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Oyster Festival Captain has ties to the water on both sides of his family

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Rufus Ruark Jr. of Urbanna has been named captain of the 60th annual Urbanna Oyster Festival set for Friday and Saturday, November 3-4. Above, Ruark holds an Urbanna Brand oyster can that was used by Urbanna Seafood Packing Co., a company located in Urbanna in the 1940s and owned by Bill Jones and Boxley Baker. The oyster packinghouse was located at the foot of Watling Street. (Photo by Larry Chowning)

by Larry Chowning

The Urbanna Oyster Festival Foundation has named Rufus Ruark Jr. of Urbanna the 60th Annual Urbanna Oyster Festival Captain. The festival will be held on November 3-4.

Ruark is owner of Shores and Ruark Seafood Co. and Urbanna Seafood Market & Raw Bar at 453 Johnsons Dr. on Robinson Creek, about a mile outside of the Town of Urbanna.

Ruark has commercial fishing in his blood from all sides of his family. His mother, Diane Shores Ruark of Deltaville, has ties to Tangier Island. After the August Storm of 1933, Diane’s mother and father, Edith and Elmer Shores, migrated from Tangier to Urbanna. They lived on Cottage Row on Taylor Avenue where Elmer worked the water for a living. Edith worked at the Urbanna 5 and 10 Cent Store, and made and sold some of the best Tangier Island flavored deviled crabs in the world.

On the Ruark side, the Ruark family has ties to the water through the commercial sailing business. The Ruarks moved to Deltaville in the late 1800s from Hooper Island, Maryland, and made their livelihood as sailors and owners of commercial sailing vessels. 

The late Rufus Ruark Sr. and the late Larry Shores Sr., Diane’s brother, started Shores and Ruark Seafood Co. in 1976. It was first located at the end of Lord Mott Rd. in the old Lord Mott Canning Factory building.

Ruark, 49, is a 1988 graduate of Middlesex High School and served in the United States Coast Guard for four years before returning to work in the family business.

In 1979 Shores and Ruark moved to the current location on Robinson Creek, where Ruark and Shores built and ran a wholesale seafood business with a commercial crab picking house and an oyster shucking house. “I’ve gotten away from the wholesale market and gone mostly to the retail seafood market,” said Rufus Jr. in his office on Tuesday.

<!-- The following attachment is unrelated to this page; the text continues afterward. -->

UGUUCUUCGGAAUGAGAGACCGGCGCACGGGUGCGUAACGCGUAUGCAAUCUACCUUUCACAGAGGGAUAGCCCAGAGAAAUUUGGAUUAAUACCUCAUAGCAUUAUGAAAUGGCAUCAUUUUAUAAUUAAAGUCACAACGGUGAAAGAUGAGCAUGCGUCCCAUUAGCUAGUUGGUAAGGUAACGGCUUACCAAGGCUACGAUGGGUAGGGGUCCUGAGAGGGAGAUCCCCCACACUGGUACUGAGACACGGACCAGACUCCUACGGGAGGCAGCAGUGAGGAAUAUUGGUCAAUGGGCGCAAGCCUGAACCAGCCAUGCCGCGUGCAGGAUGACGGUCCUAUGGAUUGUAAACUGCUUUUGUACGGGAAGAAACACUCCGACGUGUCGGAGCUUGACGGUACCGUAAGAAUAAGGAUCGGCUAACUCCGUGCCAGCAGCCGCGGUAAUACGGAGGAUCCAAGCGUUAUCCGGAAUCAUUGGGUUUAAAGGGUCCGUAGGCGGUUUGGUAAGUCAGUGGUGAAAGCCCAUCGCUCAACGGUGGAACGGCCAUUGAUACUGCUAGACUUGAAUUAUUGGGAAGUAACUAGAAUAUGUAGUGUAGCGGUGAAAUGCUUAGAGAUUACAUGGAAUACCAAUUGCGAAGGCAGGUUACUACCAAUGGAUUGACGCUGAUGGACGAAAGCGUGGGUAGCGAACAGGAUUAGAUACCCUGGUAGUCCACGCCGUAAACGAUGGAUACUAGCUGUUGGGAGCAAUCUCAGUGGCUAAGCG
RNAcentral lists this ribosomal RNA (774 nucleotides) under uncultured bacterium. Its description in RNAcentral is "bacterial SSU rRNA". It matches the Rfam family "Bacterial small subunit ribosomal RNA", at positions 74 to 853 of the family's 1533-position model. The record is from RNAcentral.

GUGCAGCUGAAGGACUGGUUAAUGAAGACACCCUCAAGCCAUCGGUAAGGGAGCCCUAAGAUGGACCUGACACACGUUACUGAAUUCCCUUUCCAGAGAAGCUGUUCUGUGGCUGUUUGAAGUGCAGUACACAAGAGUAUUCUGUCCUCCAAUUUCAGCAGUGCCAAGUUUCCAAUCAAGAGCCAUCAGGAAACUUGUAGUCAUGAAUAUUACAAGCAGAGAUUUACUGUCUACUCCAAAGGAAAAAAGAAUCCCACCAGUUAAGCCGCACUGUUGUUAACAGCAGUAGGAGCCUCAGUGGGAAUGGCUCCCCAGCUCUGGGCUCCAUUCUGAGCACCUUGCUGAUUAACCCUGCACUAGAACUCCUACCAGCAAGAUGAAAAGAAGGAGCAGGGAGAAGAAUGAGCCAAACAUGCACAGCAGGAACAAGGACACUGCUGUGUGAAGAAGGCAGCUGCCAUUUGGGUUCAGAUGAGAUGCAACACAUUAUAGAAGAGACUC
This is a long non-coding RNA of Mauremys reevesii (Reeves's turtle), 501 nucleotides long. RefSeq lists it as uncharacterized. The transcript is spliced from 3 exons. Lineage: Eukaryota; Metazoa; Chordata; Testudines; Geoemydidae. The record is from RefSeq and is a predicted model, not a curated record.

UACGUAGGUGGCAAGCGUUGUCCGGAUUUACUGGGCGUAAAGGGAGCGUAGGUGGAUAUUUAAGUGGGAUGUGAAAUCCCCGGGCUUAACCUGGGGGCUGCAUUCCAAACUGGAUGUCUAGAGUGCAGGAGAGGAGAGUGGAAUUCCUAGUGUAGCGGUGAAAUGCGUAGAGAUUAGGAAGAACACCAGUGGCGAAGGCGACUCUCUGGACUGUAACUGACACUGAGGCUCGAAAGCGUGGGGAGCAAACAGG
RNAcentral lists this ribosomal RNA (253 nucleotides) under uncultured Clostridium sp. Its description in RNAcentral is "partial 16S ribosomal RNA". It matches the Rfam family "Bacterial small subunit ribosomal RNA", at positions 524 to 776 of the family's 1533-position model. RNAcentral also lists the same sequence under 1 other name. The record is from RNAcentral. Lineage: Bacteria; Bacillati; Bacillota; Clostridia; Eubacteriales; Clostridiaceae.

Currently, Ruark leases 500 acres of oyster ground from the State of Virginia and has about 100 acres in production. He plants those grounds with spat-on-shell and most of his market size oysters are sold retail at Urbanna Seafood Market and Raw Bar, a waterfront restaurant and seafood market.

He also provides oysters in the shell for several non-profits that have oyster booths at the Urbanna Oyster Festival. “We always make sure they have what they need,” he said.

The Oyster Festival is an important part of the Middlesex County economy and it also provides income for local non-profits. Some of those non-profits, such as the Middlesex Kiwanis Club and Middlesex Lions Club, depend on the festival to generate funds that are used throughout the year.

Ruark also takes his half-shell oysters on the road to other festivals and sells from a booth. “I feel very honored to have been selected captain,” he said. “The festival is well-known all over the state and beyond. When I talk to people at other festivals, most everyone has heard of the Urbanna Oyster Festival.”

Oyster Festival Foundation chair Joe Heyman said Ruark is a pioneer in the modern aquaculture oyster business. He owned a hatchery on Gwynn’s Island and has grown oysters in cages and plants spat-on-shell on his own grounds.

“He represents the modern age of Urbanna’s oyster industry and we feel very fortunate that he is here, working his grounds and keeping our oyster heritage alive,” said Heyman.

Ruark and his wife Kathy have three children, Jack, a rising senior at Middlesex High School (MHS); Cole, a 10th-grader at MHS; and Delaney, an eighth-grader at St. Clare Walker Middle School.

Ruark’s father, the late Rufus Sr., along with the late Larry Shores Sr. were honored together as Oyster Festival Captains in 2000. “We have moved into another generation,” said Heyman. “This is the first time we have honored a father and later the son as captains of our festival.”

posted 08.23.2017

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